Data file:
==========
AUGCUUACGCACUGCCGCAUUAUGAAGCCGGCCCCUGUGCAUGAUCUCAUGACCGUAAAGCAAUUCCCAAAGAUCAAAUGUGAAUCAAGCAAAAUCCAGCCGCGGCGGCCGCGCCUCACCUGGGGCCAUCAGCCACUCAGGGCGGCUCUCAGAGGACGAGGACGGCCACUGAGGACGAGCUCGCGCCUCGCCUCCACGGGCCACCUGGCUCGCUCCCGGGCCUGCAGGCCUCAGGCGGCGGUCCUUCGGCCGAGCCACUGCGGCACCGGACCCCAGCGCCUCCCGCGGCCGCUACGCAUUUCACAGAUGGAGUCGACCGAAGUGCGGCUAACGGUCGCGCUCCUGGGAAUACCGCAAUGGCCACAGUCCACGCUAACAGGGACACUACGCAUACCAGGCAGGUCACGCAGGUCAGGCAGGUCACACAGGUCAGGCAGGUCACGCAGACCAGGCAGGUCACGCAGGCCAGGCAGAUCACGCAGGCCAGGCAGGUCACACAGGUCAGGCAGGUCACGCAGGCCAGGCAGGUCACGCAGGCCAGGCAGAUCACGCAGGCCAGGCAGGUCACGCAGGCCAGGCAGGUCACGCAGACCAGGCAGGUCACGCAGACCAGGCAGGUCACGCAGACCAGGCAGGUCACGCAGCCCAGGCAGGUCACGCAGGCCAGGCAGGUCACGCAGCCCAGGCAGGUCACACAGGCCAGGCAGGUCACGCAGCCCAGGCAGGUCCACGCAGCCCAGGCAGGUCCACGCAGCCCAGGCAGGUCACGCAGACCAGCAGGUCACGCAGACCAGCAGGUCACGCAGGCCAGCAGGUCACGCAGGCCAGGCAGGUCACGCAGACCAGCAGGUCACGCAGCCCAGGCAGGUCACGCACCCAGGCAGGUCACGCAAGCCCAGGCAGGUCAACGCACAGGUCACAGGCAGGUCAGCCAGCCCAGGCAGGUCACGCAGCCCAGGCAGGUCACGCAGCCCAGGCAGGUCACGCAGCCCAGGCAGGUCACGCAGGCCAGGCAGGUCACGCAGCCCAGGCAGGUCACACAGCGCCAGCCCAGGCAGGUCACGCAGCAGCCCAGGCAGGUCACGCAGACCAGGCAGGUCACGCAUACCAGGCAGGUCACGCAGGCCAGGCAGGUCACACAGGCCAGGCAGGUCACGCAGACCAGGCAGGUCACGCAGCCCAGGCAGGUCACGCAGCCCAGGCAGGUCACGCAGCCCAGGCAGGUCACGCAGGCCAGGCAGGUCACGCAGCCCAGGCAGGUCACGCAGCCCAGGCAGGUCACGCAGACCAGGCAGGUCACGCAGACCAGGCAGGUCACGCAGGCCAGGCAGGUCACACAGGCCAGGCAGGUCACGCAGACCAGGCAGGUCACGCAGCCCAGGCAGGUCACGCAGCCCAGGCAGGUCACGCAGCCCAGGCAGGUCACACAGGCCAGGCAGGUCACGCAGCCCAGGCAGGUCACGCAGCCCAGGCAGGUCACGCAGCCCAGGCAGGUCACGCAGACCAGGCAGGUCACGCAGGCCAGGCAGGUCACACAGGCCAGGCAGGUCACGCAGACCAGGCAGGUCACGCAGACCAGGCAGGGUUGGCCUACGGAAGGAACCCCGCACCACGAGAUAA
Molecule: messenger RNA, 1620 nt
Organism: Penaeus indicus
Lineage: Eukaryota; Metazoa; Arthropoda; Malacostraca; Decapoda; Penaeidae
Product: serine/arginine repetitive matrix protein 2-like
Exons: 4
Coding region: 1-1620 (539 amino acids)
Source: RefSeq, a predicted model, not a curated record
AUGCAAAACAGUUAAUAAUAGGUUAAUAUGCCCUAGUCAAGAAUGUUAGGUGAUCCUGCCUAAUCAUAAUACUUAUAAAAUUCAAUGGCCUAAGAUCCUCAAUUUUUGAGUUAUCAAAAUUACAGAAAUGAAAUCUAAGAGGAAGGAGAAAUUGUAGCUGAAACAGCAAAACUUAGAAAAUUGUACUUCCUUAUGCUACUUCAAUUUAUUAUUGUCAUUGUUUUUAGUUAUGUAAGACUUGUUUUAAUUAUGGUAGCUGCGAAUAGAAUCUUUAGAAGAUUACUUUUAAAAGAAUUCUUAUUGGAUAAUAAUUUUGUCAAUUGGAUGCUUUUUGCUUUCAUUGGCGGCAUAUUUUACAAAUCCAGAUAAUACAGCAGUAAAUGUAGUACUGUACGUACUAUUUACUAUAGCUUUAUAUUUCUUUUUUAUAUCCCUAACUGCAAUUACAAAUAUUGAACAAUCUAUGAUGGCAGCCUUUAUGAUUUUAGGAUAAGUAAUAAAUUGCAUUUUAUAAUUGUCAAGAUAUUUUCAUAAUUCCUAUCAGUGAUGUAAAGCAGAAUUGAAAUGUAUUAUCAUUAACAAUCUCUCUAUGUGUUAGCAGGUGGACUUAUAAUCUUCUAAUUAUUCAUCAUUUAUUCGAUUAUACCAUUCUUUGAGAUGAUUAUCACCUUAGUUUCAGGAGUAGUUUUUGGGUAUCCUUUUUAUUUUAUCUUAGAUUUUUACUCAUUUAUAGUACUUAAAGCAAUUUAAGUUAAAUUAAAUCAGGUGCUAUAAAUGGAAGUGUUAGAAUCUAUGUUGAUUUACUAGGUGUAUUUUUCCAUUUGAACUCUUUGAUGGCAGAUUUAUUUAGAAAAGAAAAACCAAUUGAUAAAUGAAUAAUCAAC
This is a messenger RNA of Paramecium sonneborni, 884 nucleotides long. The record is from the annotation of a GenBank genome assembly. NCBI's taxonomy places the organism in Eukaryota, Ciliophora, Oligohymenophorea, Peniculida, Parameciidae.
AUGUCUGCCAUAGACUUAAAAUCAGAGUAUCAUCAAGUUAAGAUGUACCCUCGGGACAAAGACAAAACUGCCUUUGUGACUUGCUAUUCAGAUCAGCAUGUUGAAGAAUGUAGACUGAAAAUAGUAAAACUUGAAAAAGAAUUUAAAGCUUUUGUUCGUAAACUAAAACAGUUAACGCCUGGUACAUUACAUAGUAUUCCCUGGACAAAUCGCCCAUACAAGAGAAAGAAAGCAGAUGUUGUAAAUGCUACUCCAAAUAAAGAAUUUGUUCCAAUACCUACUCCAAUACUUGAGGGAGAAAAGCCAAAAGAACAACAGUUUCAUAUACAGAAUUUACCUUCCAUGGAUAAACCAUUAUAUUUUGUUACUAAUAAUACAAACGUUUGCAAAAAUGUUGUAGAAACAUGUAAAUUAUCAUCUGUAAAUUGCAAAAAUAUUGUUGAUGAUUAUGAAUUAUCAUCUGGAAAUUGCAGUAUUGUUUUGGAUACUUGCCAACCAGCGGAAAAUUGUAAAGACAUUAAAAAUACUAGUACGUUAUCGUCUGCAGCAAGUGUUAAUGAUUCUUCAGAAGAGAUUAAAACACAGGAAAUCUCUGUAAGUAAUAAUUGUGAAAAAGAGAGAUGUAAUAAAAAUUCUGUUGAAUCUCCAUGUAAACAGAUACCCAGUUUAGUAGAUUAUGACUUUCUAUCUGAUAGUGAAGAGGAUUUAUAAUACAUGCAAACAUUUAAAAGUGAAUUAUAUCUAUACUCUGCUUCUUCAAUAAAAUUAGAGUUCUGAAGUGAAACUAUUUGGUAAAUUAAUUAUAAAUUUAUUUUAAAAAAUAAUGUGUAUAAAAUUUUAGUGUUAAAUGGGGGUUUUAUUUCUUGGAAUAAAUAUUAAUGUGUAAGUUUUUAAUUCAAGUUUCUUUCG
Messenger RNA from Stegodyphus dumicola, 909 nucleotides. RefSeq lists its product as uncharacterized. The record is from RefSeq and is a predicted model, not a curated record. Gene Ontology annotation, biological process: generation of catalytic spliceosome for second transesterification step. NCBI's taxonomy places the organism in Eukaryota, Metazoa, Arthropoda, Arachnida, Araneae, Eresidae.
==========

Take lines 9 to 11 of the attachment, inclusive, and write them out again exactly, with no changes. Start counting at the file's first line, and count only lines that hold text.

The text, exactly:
AUGCAAAACAGUUAAUAAUAGGUUAAUAUGCCCUAGUCAAGAAUGUUAGGUGAUCCUGCCUAAUCAUAAUACUUAUAAAAUUCAAUGGCCUAAGAUCCUCAAUUUUUGAGUUAUCAAAAUUACAGAAAUGAAAUCUAAGAGGAAGGAGAAAUUGUAGCUGAAACAGCAAAACUUAGAAAAUUGUACUUCCUUAUGCUACUUCAAUUUAUUAUUGUCAUUGUUUUUAGUUAUGUAAGACUUGUUUUAAUUAUGGUAGCUGCGAAUAGAAUCUUUAGAAGAUUACUUUUAAAAGAAUUCUUAUUGGAUAAUAAUUUUGUCAAUUGGAUGCUUUUUGCUUUCAUUGGCGGCAUAUUUUACAAAUCCAGAUAAUACAGCAGUAAAUGUAGUACUGUACGUACUAUUUACUAUAGCUUUAUAUUUCUUUUUUAUAUCCCUAACUGCAAUUACAAAUAUUGAACAAUCUAUGAUGGCAGCCUUUAUGAUUUUAGGAUAAGUAAUAAAUUGCAUUUUAUAAUUGUCAAGAUAUUUUCAUAAUUCCUAUCAGUGAUGUAAAGCAGAAUUGAAAUGUAUUAUCAUUAACAAUCUCUCUAUGUGUUAGCAGGUGGACUUAUAAUCUUCUAAUUAUUCAUCAUUUAUUCGAUUAUACCAUUCUUUGAGAUGAUUAUCACCUUAGUUUCAGGAGUAGUUUUUGGGUAUCCUUUUUAUUUUAUCUUAGAUUUUUACUCAUUUAUAGUACUUAAAGCAAUUUAAGUUAAAUUAAAUCAGGUGCUAUAAAUGGAAGUGUUAGAAUCUAUGUUGAUUUACUAGGUGUAUUUUUCCAUUUGAACUCUUUGAUGGCAGAUUUAUUUAGAAAAGAAAAACCAAUUGAUAAAUGAAUAAUCAAC
This is a messenger RNA of Paramecium sonneborni, 884 nucleotides long. The record is from the annotation of a GenBank genome assembly. NCBI's taxonomy places the organism in Eukaryota, Ciliophora, Oligohymenophorea, Peniculida, Parameciidae.
AUGUCUGCCAUAGACUUAAAAUCAGAGUAUCAUCAAGUUAAGAUGUACCCUCGGGACAAAGACAAAACUGCCUUUGUGACUUGCUAUUCAGAUCAGCAUGUUGAAGAAUGUAGACUGAAAAUAGUAAAACUUGAAAAAGAAUUUAAAGCUUUUGUUCGUAAACUAAAACAGUUAACGCCUGGUACAUUACAUAGUAUUCCCUGGACAAAUCGCCCAUACAAGAGAAAGAAAGCAGAUGUUGUAAAUGCUACUCCAAAUAAAGAAUUUGUUCCAAUACCUACUCCAAUACUUGAGGGAGAAAAGCCAAAAGAACAACAGUUUCAUAUACAGAAUUUACCUUCCAUGGAUAAACCAUUAUAUUUUGUUACUAAUAAUACAAACGUUUGCAAAAAUGUUGUAGAAACAUGUAAAUUAUCAUCUGUAAAUUGCAAAAAUAUUGUUGAUGAUUAUGAAUUAUCAUCUGGAAAUUGCAGUAUUGUUUUGGAUACUUGCCAACCAGCGGAAAAUUGUAAAGACAUUAAAAAUACUAGUACGUUAUCGUCUGCAGCAAGUGUUAAUGAUUCUUCAGAAGAGAUUAAAACACAGGAAAUCUCUGUAAGUAAUAAUUGUGAAAAAGAGAGAUGUAAUAAAAAUUCUGUUGAAUCUCCAUGUAAACAGAUACCCAGUUUAGUAGAUUAUGACUUUCUAUCUGAUAGUGAAGAGGAUUUAUAAUACAUGCAAACAUUUAAAAGUGAAUUAUAUCUAUACUCUGCUUCUUCAAUAAAAUUAGAGUUCUGAAGUGAAACUAUUUGGUAAAUUAAUUAUAAAUUUAUUUUAAAAAAUAAUGUGUAUAAAAUUUUAGUGUUAAAUGGGGGUUUUAUUUCUUGGAAUAAAUAUUAAUGUGUAAGUUUUUAAUUCAAGUUUCUUUCG